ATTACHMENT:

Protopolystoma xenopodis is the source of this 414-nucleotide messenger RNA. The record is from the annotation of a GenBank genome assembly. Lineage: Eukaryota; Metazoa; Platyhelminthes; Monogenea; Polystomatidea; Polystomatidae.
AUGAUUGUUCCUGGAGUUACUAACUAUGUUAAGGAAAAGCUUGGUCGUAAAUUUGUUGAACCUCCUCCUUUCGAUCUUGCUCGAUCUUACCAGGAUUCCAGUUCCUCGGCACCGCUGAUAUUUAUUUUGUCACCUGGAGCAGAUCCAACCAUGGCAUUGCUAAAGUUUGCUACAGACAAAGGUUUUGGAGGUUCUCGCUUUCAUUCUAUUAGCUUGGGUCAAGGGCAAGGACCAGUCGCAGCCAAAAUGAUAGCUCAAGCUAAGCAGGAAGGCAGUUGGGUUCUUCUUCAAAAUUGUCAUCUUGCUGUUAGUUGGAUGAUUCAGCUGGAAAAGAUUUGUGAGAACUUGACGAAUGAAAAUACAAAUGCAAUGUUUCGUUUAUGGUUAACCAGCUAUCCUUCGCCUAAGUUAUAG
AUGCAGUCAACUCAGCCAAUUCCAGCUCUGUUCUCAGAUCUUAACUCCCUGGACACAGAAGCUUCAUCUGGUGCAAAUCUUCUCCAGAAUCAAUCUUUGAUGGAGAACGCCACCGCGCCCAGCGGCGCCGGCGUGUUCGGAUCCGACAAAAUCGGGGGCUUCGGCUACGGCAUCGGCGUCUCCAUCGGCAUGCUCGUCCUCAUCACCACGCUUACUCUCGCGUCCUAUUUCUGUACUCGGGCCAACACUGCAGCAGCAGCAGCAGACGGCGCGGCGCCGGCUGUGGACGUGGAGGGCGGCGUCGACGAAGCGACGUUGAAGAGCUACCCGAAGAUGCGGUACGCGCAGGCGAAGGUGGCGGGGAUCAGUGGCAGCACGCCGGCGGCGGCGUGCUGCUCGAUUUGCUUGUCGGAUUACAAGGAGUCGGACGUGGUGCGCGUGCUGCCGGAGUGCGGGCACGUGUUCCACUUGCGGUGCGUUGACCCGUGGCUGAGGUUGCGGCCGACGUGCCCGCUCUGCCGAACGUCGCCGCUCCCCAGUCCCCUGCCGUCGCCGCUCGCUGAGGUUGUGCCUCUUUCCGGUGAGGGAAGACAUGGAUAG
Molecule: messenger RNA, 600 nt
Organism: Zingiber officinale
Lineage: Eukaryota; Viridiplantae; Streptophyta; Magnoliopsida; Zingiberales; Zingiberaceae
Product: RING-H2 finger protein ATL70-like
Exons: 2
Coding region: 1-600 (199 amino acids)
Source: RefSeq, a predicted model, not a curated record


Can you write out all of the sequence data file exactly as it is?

Protopolystoma xenopodis is the source of this 414-nucleotide messenger RNA. The record is from the annotation of a GenBank genome assembly. Lineage: Eukaryota; Metazoa; Platyhelminthes; Monogenea; Polystomatidea; Polystomatidae.
AUGAUUGUUCCUGGAGUUACUAACUAUGUUAAGGAAAAGCUUGGUCGUAAAUUUGUUGAACCUCCUCCUUUCGAUCUUGCUCGAUCUUACCAGGAUUCCAGUUCCUCGGCACCGCUGAUAUUUAUUUUGUCACCUGGAGCAGAUCCAACCAUGGCAUUGCUAAAGUUUGCUACAGACAAAGGUUUUGGAGGUUCUCGCUUUCAUUCUAUUAGCUUGGGUCAAGGGCAAGGACCAGUCGCAGCCAAAAUGAUAGCUCAAGCUAAGCAGGAAGGCAGUUGGGUUCUUCUUCAAAAUUGUCAUCUUGCUGUUAGUUGGAUGAUUCAGCUGGAAAAGAUUUGUGAGAACUUGACGAAUGAAAAUACAAAUGCAAUGUUUCGUUUAUGGUUAACCAGCUAUCCUUCGCCUAAGUUAUAG
AUGCAGUCAACUCAGCCAAUUCCAGCUCUGUUCUCAGAUCUUAACUCCCUGGACACAGAAGCUUCAUCUGGUGCAAAUCUUCUCCAGAAUCAAUCUUUGAUGGAGAACGCCACCGCGCCCAGCGGCGCCGGCGUGUUCGGAUCCGACAAAAUCGGGGGCUUCGGCUACGGCAUCGGCGUCUCCAUCGGCAUGCUCGUCCUCAUCACCACGCUUACUCUCGCGUCCUAUUUCUGUACUCGGGCCAACACUGCAGCAGCAGCAGCAGACGGCGCGGCGCCGGCUGUGGACGUGGAGGGCGGCGUCGACGAAGCGACGUUGAAGAGCUACCCGAAGAUGCGGUACGCGCAGGCGAAGGUGGCGGGGAUCAGUGGCAGCACGCCGGCGGCGGCGUGCUGCUCGAUUUGCUUGUCGGAUUACAAGGAGUCGGACGUGGUGCGCGUGCUGCCGGAGUGCGGGCACGUGUUCCACUUGCGGUGCGUUGACCCGUGGCUGAGGUUGCGGCCGACGUGCCCGCUCUGCCGAACGUCGCCGCUCCCCAGUCCCCUGCCGUCGCCGCUCGCUGAGGUUGUGCCUCUUUCCGGUGAGGGAAGACAUGGAUAG
Molecule: messenger RNA, 600 nt
Organism: Zingiber officinale
Lineage: Eukaryota; Viridiplantae; Streptophyta; Magnoliopsida; Zingiberales; Zingiberaceae
Product: RING-H2 finger protein ATL70-like
Exons: 2
Coding region: 1-600 (199 amino acids)
Source: RefSeq, a predicted model, not a curated record